I arranged to meet sculpture student Sian Watson at the School of Music café, and as I hurried past Kevin the amazing barista wafting in coffee aroma, it occurred to me- I don’t actually know what she looks like, how will I find her?
‘Hey Sian, I’m at the School of Music café, but where are you sitting? And- sorry, but what do you look like?’
‘Long red hair, blue jumper, table near the window’ Several text messages back and forth and I finally found her. What she didn’t mention was her gorgeous country-welcome smile and generous laugh.
Sitting down to talk to Sian was a treat for me. I’m a painter and know very little about sculpture or three-dimensional works of art.
Q: Sian you’re obviously a very creative person, but what is it that draws you to the medium of sculpture?
I have always been a practical, hands-on person. I grew up on a farm and still spend a lot of time outside, often horse riding. Originally, my first preference when coming to art school was painting but found that three-dimensional work and the range of materials I could use to create with were too tempting.
Q: Your sculptured pieces have a freshness and immediacy, although your process must take many hours. I love the sensation of the maker’s mark in your work. Come on Rusty your Sculpture in the Paddock entry won the Inaugural Yass Soldiers Club Encouragement Award. What intrigues me about this piece is it feels like you molded it with your bare hands. Is that sense of the artist’s presence in your artwork important to you?
Ohh that title, Come on Rusty is going to haunt me forever! Yeah, this presence is evident within most of my work. My sculpture piece at Yass was constructed by a process in which I lay foil over wet plaster and create crinkles where skin naturally folds, such as under the legs. This process directly responds to my touch as each corrugation occurred through response to my hand.
Q: With your work at Sculpture in the Paddock did you do preliminary sketches first? Or did you go straight into the workshop and experiment with materials and concept?
I hardly ever do sketches. Occasionally, I do a few stick figure drawings to get the general movement or gesture, but usually I just work it out as I go. When I do get really stuck I make a little clay or wax model. I test material is the same way, for example I was using fibreglass and resin.
Q: How important is scale to your work?
I have huge diversity in my work when it comes to scale. This year I made horses that stand larger than life, but I also scaled down to make pieces you could hold in your hand. I tend to make work the viewer has a bodily interaction with.
Q: As a painter I have a preferred medium to work in, do you have a preference for working with a particular material?
I tend to swap and change materials all the time between things like fabric, plaster, steel and clay. However, my work has a particular aesthetic which I have dubbed my visual appendix. I derive many of my processes from the landscape with reoccurring themes of life, death, time and decay. From the environment I also collect natural materials and often manipulate them to develop my work or convey concepts. These materials include things like soil, animal hair and debris.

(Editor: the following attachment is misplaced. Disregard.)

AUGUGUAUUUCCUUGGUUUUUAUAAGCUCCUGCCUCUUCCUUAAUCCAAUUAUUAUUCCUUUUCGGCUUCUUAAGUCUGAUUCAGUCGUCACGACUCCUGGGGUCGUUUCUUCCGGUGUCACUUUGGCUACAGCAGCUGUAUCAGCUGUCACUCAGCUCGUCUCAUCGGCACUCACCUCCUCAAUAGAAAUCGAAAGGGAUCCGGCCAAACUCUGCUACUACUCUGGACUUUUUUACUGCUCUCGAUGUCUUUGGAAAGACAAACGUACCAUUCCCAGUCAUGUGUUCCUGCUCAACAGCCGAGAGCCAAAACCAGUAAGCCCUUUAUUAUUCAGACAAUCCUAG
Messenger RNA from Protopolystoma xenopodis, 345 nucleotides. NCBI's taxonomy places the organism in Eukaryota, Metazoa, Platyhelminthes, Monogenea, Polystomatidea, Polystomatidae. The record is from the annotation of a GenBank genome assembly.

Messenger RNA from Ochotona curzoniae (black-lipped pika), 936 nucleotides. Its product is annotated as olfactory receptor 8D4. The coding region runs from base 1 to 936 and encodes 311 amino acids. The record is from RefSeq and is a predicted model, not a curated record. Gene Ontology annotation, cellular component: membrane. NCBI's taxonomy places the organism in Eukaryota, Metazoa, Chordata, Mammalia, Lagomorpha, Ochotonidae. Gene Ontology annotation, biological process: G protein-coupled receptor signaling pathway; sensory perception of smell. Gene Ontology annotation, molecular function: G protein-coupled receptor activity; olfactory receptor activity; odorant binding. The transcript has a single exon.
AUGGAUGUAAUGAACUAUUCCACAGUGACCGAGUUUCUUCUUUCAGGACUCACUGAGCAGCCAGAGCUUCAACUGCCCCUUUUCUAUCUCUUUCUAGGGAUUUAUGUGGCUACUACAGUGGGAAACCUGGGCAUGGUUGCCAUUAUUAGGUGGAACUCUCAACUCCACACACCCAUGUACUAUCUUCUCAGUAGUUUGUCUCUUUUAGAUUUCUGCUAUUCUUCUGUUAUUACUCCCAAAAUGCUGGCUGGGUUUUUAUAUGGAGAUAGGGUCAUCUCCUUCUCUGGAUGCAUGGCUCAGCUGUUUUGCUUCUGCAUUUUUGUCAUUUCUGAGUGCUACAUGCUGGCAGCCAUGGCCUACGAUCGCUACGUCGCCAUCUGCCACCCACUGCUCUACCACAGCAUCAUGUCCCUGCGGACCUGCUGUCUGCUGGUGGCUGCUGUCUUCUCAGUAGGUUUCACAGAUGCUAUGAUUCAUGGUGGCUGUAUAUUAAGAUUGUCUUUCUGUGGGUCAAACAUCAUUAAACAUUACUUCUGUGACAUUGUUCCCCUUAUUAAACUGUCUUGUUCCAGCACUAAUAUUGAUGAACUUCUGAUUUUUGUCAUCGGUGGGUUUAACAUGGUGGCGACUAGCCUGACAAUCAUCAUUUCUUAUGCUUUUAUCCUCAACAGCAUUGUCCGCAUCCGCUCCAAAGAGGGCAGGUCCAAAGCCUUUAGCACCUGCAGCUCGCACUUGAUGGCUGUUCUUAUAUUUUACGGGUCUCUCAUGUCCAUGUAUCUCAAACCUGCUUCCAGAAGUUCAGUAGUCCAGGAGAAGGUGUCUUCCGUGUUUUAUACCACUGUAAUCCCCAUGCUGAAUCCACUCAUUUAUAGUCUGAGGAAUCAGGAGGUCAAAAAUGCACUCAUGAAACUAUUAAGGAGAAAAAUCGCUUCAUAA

Q: Your work has reality and feels very authentic and yet it has an unconventional perspective. How do you visualize and construct your three dimensional pieces? Is there a process you always work through?
I work very intuitively when I make my creatures, however I do have an imagery and way of making which unifies my practice. The depictions I make of animals with flat backs and faces infused with gesture and movement are important to me because they stray from anatomical realism. They sit between the world of abstract and the long history of accurate representations of dogs and horses.
The construction is the intuitive part of my work and grows from the framework described above. I enjoy the manipulation of material and the evidence of my hand and pressure, which is often reflected in the materials I use.
Q: Tell me how you were influenced by your time spent in Indonesia last year.
I spent a month living in a remote village in Halmahera, Indonesia. This was an anthropology course as part of my double degree and a life changing experience. The community shared everything, which was so humbling, and to many in the village I was the first foreigner they had ever met, with many eager to learn about my life in Australia. I was telling one man about how I owned horses and he questioned what I did with them. Unsure of how to reply, I answered that my horses were recreational to which he asked ‘Do you milk them’? Amused by his inquiry caused me to reflect on the schemas I have about animals and how I classify the productivity of horses. This experience directly resulted in a work entitled Drongo which is a larger than life horse which has an excessive number to teats which along its torso.
Q: Do you have a contemporary artist who inspires you?
I draw inspiration from all over the place. My own experiences are the most prominent in conceptualizing my work but I draw on how other artists depict animals. At the moment I really love Jackie Ralph’s Horse Staring Out to Sea, which was a prizewinner at the Lorne Sculpture Biennale last year. I am hoping to participate in this exhibition in the future and other major sculpture events now I have finished my degree. I am looking forward to having time to experiment further with materials and create more creatures.
Thanks Sian !